An internal police investigation into excessive force led to a Baltimore officer’s being charged with first-degree assault and misconduct in office, police said Tuesday.
Officer Carlos Rivera-Martinez was indicted by jurors for his alleged actions July 5, 2016, near the War Memorial at 100 N. Gay St.
“Once the Special Investigation Response Team further investigated this situation they observed a use of force that appeared to be excessive,” police spokesman T.J. Smith said. “After thoroughly reviewing, they forwarded the case to the State’s Attorney’s Office. This case originated in the district and we believe the system worked as it should to capture this incident for further investigation. Days prior to this situation, the new use-of-force policy was unveiled, July 1, 2016.”
Rivera-Martinez, 31, has been suspended without pay since March.
Police declined to provide details on the nature of the incident, citing the need to provide evidence at trial. Court documents also revealed little.
The indictment released Tuesday by the state’s attorney’s office alleges that Rivera-Martinez “did while acting in his capacity as a duly sworn police officer for the Baltimore City Police Department corruptly commit a unlawful act in a wrongful or improper manner, in violation of the Common Law; against the peace, government and the dignity of the State.”
Rivera-Martinez is scheduled to be arraigned July 24.
City Councilman Brandon Scott said he has asked police why it took two years for the officer to be charged and indicted.
“It shouldn’t have taken that long,” said Scott, chairman of the council’s public safety committee. “It is important to get these investigations done quickly so if punitive action needs to be taken that can be done immediately. If you get to issues quickly by investigating the first incident, they don’t have the ability grow.”
Former Police Commissioner Kevin Davis created the Special Investigation Response Team, known as SIRT, in 2015 amid the U.S. Department of Justice’s review of the agency after Freddie Gray’s death. The team receives extensive training in crime scene analysis and homicide investigations.
Smith said the team turned its findings over to the prosecutors about six months ago.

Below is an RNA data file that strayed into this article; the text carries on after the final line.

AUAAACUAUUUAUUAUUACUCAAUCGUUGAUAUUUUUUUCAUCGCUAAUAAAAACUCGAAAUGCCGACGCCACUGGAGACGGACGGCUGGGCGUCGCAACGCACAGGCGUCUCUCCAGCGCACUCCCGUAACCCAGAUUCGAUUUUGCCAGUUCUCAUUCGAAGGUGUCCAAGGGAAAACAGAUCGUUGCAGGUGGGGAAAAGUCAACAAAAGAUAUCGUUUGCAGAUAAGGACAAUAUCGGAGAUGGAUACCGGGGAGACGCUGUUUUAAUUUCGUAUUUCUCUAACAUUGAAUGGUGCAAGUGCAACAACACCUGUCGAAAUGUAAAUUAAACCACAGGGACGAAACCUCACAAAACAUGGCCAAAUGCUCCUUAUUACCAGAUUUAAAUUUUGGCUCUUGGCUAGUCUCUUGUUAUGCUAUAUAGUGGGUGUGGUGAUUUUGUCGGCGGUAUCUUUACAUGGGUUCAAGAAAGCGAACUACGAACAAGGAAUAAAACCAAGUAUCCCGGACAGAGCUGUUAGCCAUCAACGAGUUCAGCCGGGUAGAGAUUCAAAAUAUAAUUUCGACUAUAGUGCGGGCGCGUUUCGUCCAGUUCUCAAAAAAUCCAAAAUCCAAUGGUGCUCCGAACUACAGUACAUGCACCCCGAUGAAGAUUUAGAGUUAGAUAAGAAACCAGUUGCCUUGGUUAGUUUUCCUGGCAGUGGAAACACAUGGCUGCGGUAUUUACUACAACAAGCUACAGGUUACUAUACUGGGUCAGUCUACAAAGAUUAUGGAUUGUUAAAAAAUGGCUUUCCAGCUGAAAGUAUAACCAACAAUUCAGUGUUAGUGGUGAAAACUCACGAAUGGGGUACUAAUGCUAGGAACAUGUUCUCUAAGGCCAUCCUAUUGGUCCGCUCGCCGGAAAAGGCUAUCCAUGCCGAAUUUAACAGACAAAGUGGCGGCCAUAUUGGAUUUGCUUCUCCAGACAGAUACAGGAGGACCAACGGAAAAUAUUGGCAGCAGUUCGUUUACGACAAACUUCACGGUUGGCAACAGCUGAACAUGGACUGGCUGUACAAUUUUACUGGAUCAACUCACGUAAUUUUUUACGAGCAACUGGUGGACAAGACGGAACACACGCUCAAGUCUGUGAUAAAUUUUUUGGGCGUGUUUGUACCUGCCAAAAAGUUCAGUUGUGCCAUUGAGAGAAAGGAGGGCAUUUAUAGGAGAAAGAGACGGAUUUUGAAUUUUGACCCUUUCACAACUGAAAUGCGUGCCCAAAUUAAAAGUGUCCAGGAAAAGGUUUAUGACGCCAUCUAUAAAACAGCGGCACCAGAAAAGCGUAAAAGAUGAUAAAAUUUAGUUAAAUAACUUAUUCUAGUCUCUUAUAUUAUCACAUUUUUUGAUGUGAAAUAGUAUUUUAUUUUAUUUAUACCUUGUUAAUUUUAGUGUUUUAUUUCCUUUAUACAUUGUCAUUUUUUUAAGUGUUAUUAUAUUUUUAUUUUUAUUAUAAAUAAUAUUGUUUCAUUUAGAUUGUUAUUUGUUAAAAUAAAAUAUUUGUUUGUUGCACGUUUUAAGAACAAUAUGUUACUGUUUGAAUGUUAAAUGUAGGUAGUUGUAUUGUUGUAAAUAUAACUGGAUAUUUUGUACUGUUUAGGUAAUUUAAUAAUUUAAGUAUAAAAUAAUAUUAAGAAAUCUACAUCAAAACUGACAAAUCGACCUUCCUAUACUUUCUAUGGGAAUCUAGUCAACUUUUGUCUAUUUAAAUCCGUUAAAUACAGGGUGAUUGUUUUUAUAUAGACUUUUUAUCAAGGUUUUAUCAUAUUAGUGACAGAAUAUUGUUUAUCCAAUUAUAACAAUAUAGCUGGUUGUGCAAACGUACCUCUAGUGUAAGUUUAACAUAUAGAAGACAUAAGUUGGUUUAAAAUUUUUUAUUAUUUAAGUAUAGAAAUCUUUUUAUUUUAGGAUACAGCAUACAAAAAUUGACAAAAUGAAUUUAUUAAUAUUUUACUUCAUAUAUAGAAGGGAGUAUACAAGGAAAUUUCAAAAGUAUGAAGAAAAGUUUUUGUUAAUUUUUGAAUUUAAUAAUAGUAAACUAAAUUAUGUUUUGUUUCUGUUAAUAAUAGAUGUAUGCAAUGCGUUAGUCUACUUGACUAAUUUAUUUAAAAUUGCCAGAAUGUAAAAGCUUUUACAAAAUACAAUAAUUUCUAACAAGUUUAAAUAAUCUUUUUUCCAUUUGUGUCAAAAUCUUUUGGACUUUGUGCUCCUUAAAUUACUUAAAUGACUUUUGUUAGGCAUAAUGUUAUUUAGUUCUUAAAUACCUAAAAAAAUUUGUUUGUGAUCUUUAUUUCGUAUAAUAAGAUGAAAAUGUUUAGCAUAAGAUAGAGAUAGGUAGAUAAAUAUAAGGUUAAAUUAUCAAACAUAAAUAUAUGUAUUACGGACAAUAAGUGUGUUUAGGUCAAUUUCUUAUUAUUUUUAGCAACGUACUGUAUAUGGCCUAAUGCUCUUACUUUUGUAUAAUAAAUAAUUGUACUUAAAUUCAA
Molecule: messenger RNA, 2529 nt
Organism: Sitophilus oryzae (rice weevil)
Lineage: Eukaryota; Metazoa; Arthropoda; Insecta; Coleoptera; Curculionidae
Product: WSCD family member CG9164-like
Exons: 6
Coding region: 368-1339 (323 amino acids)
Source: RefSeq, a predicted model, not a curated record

Contributing to the amount of time it took to charge Rivera-Martinez was the various levels of review that took place, Smith said. District-level staff pulled all surveillance footage connected to the incident, as required by the use-of-force policy adopted two years, before flagging the incident for review by SIRT and eventually the state’s attorney. The new policy was written in consultation with the American Civil Liberties Union of Maryland, the Baltimore chapter of the NAACP and local prosecutors and public defenders.
Online records show Rivera-Martinez was hired by the Police Department in 2010.
He was involved in an unrelated shooting in late January, Smith said.
Rivera-Martinez shot Brian Campbell, 20, of Cockeysville, in the leg Jan. 20 after police said Campbell failed to put down his weapon.
Campbell and Omari Hart, of Mount Washington, who is now 21, were arrested and charged with handgun violations.
Rivera-Martinez was among a group of patrol officers who confronted a group of five men — three of whom had been seen on city surveillance cameras arming themselves — downtown at Park Avenue and Clay Street. The men fled in different directions when the officers arrived, including Campbell, who police said ran north to the 200 block of W. Mulberry St. Rivera-Martinez fired a single shot that struck him in the leg.
Earlier this year at a news conference, police played a portion of the officer’s body camera footage, in which an officer can be heard yelling, “Drop it.”
“Get away from the gun,” the officer yells several times.
Police said at the time the officer — whom Smith identified Tuesday as Rivera-Martinez — fired his weapon because Campbell did not give up his gun, although the suspect did not fire at the officers.
In audio from the footage, Campbell could be heard howling as he lay on his side. The gun was near his body.
After the shooting, Rivera-Martinez was placed on routine administrative leave pending an investigation. It is unclear when, or if, he returned to duty before he was suspended in March for the 2016 incident.
Rivera-Martinez earned more than $90,000 last year. His suspension without pay is in accordance with the Law Enforcement Officers’ Bill of Rights.
A spokeswoman for the state’s attorney’s office has said the indictment is “a strong reminder that we will pursue justice fairly and equally no matter an individual’s race, gender, creed, or occupation.”
No lawyer was listed for Rivera-Martinez.